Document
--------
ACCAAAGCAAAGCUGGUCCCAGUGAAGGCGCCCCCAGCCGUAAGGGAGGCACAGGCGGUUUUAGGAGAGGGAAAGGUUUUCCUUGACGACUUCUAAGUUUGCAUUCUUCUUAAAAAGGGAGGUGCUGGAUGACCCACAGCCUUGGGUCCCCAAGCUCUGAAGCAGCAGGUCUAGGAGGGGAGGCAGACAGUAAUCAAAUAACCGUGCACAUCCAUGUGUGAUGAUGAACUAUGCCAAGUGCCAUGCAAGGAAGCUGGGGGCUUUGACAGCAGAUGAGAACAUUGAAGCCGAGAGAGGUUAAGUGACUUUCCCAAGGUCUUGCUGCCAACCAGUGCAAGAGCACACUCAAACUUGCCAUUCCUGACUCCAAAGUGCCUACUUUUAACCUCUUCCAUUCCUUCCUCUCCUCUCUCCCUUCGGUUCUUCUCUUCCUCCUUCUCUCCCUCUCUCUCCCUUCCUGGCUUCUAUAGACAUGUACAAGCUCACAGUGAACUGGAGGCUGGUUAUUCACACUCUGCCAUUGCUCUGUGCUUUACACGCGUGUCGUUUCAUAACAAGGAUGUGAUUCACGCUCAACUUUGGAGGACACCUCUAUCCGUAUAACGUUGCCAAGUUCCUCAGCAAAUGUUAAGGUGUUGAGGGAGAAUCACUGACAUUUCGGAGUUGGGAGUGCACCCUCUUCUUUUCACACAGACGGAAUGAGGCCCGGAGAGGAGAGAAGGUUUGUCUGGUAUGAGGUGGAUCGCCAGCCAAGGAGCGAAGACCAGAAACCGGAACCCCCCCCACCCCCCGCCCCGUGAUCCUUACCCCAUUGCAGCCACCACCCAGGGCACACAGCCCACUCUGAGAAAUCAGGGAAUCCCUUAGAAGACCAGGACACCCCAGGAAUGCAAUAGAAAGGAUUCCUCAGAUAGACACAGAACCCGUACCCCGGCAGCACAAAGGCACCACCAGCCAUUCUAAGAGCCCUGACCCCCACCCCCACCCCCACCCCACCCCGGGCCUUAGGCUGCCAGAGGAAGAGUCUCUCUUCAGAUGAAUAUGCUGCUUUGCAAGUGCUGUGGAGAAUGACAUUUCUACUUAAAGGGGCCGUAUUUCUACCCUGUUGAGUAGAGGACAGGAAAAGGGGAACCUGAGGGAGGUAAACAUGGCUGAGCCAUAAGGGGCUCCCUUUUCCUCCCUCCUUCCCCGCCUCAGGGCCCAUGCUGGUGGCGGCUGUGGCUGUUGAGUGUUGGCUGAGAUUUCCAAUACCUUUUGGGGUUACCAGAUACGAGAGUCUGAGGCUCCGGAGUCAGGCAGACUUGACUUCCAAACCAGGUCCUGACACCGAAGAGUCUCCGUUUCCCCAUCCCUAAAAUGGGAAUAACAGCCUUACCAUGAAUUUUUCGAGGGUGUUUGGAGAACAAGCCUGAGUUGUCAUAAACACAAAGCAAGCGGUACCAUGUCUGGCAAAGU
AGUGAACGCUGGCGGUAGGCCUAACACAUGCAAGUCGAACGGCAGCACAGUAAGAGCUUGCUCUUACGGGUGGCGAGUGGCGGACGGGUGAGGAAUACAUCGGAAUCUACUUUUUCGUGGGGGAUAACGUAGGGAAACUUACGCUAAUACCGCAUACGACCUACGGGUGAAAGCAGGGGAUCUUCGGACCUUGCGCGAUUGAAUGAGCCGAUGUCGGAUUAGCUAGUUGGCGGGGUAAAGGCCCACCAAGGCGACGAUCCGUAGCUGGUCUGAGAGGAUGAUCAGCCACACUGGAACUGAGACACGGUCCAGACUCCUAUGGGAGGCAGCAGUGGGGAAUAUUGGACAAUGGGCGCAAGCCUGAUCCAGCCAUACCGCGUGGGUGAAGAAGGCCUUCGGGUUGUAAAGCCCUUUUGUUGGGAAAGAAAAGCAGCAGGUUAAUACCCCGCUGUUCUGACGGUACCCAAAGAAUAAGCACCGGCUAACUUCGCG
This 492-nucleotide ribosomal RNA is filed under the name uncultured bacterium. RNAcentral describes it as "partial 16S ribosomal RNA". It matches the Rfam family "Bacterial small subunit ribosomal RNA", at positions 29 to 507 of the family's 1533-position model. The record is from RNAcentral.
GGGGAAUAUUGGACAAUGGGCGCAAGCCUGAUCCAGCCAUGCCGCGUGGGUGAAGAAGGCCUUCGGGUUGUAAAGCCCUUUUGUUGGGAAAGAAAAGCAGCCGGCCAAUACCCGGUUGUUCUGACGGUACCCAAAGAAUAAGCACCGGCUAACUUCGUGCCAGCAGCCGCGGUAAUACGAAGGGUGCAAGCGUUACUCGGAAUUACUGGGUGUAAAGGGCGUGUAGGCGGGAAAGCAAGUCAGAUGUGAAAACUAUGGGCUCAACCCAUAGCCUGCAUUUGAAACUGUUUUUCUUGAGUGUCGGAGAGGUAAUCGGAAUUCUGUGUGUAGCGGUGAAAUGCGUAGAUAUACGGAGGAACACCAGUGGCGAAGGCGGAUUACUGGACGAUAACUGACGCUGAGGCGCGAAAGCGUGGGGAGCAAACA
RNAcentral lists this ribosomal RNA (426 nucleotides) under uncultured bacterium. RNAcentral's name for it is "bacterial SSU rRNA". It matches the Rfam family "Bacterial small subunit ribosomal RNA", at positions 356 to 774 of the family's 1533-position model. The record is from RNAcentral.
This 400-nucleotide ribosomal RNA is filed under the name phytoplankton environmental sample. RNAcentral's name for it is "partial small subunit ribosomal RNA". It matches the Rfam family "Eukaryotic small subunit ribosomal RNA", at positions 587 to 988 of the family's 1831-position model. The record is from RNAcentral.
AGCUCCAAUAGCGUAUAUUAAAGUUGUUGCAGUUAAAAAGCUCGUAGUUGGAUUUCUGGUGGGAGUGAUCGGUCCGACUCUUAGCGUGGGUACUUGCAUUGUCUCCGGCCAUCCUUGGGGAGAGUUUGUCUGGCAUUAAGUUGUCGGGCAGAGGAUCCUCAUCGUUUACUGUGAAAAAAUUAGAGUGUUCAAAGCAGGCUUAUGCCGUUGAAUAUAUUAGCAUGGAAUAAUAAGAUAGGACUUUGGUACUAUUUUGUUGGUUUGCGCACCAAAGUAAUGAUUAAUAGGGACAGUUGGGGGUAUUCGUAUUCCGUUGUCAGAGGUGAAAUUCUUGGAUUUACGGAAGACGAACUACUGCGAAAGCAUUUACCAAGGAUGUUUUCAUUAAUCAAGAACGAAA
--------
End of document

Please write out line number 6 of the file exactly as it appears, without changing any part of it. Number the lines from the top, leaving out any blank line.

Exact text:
This 400-nucleotide ribosomal RNA is filed under the name phytoplankton environmental sample. RNAcentral's name for it is "partial small subunit ribosomal RNA". It matches the Rfam family "Eukaryotic small subunit ribosomal RNA", at positions 587 to 988 of the family's 1831-position model. The record is from RNAcentral.